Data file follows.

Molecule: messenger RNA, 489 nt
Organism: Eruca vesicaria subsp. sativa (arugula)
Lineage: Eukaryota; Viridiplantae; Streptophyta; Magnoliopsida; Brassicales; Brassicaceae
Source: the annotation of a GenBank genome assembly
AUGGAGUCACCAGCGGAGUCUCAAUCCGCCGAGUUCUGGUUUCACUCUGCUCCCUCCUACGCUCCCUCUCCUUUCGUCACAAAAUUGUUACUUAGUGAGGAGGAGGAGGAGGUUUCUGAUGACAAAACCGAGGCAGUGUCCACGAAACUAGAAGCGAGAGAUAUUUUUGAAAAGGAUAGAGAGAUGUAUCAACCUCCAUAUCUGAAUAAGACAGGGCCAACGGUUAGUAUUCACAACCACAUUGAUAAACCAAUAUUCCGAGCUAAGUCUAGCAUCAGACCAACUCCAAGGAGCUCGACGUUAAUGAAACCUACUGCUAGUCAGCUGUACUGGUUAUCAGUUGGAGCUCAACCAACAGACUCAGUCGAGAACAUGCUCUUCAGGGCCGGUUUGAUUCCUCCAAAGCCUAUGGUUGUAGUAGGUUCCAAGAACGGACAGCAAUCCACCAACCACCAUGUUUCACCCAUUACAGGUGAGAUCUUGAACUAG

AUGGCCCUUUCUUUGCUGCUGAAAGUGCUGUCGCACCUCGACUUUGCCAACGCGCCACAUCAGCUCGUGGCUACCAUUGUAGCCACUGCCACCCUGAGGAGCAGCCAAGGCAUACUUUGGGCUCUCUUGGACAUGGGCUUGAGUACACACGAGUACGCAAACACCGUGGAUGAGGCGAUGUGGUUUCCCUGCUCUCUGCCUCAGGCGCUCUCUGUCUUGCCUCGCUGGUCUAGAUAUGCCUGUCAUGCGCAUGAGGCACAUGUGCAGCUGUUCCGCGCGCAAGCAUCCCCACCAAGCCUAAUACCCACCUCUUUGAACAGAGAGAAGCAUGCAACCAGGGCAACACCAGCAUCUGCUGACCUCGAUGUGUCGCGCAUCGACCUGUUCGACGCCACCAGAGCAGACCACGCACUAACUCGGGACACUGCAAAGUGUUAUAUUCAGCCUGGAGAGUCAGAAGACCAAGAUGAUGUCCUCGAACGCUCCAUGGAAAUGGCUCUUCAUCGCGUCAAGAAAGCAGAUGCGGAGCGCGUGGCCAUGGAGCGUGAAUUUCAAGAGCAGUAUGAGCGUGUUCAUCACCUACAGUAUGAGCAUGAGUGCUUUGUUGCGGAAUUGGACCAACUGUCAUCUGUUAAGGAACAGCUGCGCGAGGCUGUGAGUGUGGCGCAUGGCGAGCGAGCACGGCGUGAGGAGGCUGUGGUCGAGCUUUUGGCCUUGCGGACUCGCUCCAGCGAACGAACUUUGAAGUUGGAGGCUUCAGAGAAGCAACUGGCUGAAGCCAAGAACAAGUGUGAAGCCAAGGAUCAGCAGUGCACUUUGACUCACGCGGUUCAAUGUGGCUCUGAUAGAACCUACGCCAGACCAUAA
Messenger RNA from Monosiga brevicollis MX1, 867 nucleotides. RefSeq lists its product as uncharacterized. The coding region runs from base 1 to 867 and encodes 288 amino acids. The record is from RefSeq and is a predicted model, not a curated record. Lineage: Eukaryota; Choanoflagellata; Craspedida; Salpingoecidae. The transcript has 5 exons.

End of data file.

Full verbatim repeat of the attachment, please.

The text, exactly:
Molecule: messenger RNA, 489 nt
Organism: Eruca vesicaria subsp. sativa (arugula)
Lineage: Eukaryota; Viridiplantae; Streptophyta; Magnoliopsida; Brassicales; Brassicaceae
Source: the annotation of a GenBank genome assembly
AUGGAGUCACCAGCGGAGUCUCAAUCCGCCGAGUUCUGGUUUCACUCUGCUCCCUCCUACGCUCCCUCUCCUUUCGUCACAAAAUUGUUACUUAGUGAGGAGGAGGAGGAGGUUUCUGAUGACAAAACCGAGGCAGUGUCCACGAAACUAGAAGCGAGAGAUAUUUUUGAAAAGGAUAGAGAGAUGUAUCAACCUCCAUAUCUGAAUAAGACAGGGCCAACGGUUAGUAUUCACAACCACAUUGAUAAACCAAUAUUCCGAGCUAAGUCUAGCAUCAGACCAACUCCAAGGAGCUCGACGUUAAUGAAACCUACUGCUAGUCAGCUGUACUGGUUAUCAGUUGGAGCUCAACCAACAGACUCAGUCGAGAACAUGCUCUUCAGGGCCGGUUUGAUUCCUCCAAAGCCUAUGGUUGUAGUAGGUUCCAAGAACGGACAGCAAUCCACCAACCACCAUGUUUCACCCAUUACAGGUGAGAUCUUGAACUAG

AUGGCCCUUUCUUUGCUGCUGAAAGUGCUGUCGCACCUCGACUUUGCCAACGCGCCACAUCAGCUCGUGGCUACCAUUGUAGCCACUGCCACCCUGAGGAGCAGCCAAGGCAUACUUUGGGCUCUCUUGGACAUGGGCUUGAGUACACACGAGUACGCAAACACCGUGGAUGAGGCGAUGUGGUUUCCCUGCUCUCUGCCUCAGGCGCUCUCUGUCUUGCCUCGCUGGUCUAGAUAUGCCUGUCAUGCGCAUGAGGCACAUGUGCAGCUGUUCCGCGCGCAAGCAUCCCCACCAAGCCUAAUACCCACCUCUUUGAACAGAGAGAAGCAUGCAACCAGGGCAACACCAGCAUCUGCUGACCUCGAUGUGUCGCGCAUCGACCUGUUCGACGCCACCAGAGCAGACCACGCACUAACUCGGGACACUGCAAAGUGUUAUAUUCAGCCUGGAGAGUCAGAAGACCAAGAUGAUGUCCUCGAACGCUCCAUGGAAAUGGCUCUUCAUCGCGUCAAGAAAGCAGAUGCGGAGCGCGUGGCCAUGGAGCGUGAAUUUCAAGAGCAGUAUGAGCGUGUUCAUCACCUACAGUAUGAGCAUGAGUGCUUUGUUGCGGAAUUGGACCAACUGUCAUCUGUUAAGGAACAGCUGCGCGAGGCUGUGAGUGUGGCGCAUGGCGAGCGAGCACGGCGUGAGGAGGCUGUGGUCGAGCUUUUGGCCUUGCGGACUCGCUCCAGCGAACGAACUUUGAAGUUGGAGGCUUCAGAGAAGCAACUGGCUGAAGCCAAGAACAAGUGUGAAGCCAAGGAUCAGCAGUGCACUUUGACUCACGCGGUUCAAUGUGGCUCUGAUAGAACCUACGCCAGACCAUAA
Messenger RNA from Monosiga brevicollis MX1, 867 nucleotides. RefSeq lists its product as uncharacterized. The coding region runs from base 1 to 867 and encodes 288 amino acids. The record is from RefSeq and is a predicted model, not a curated record. Lineage: Eukaryota; Choanoflagellata; Craspedida; Salpingoecidae. The transcript has 5 exons.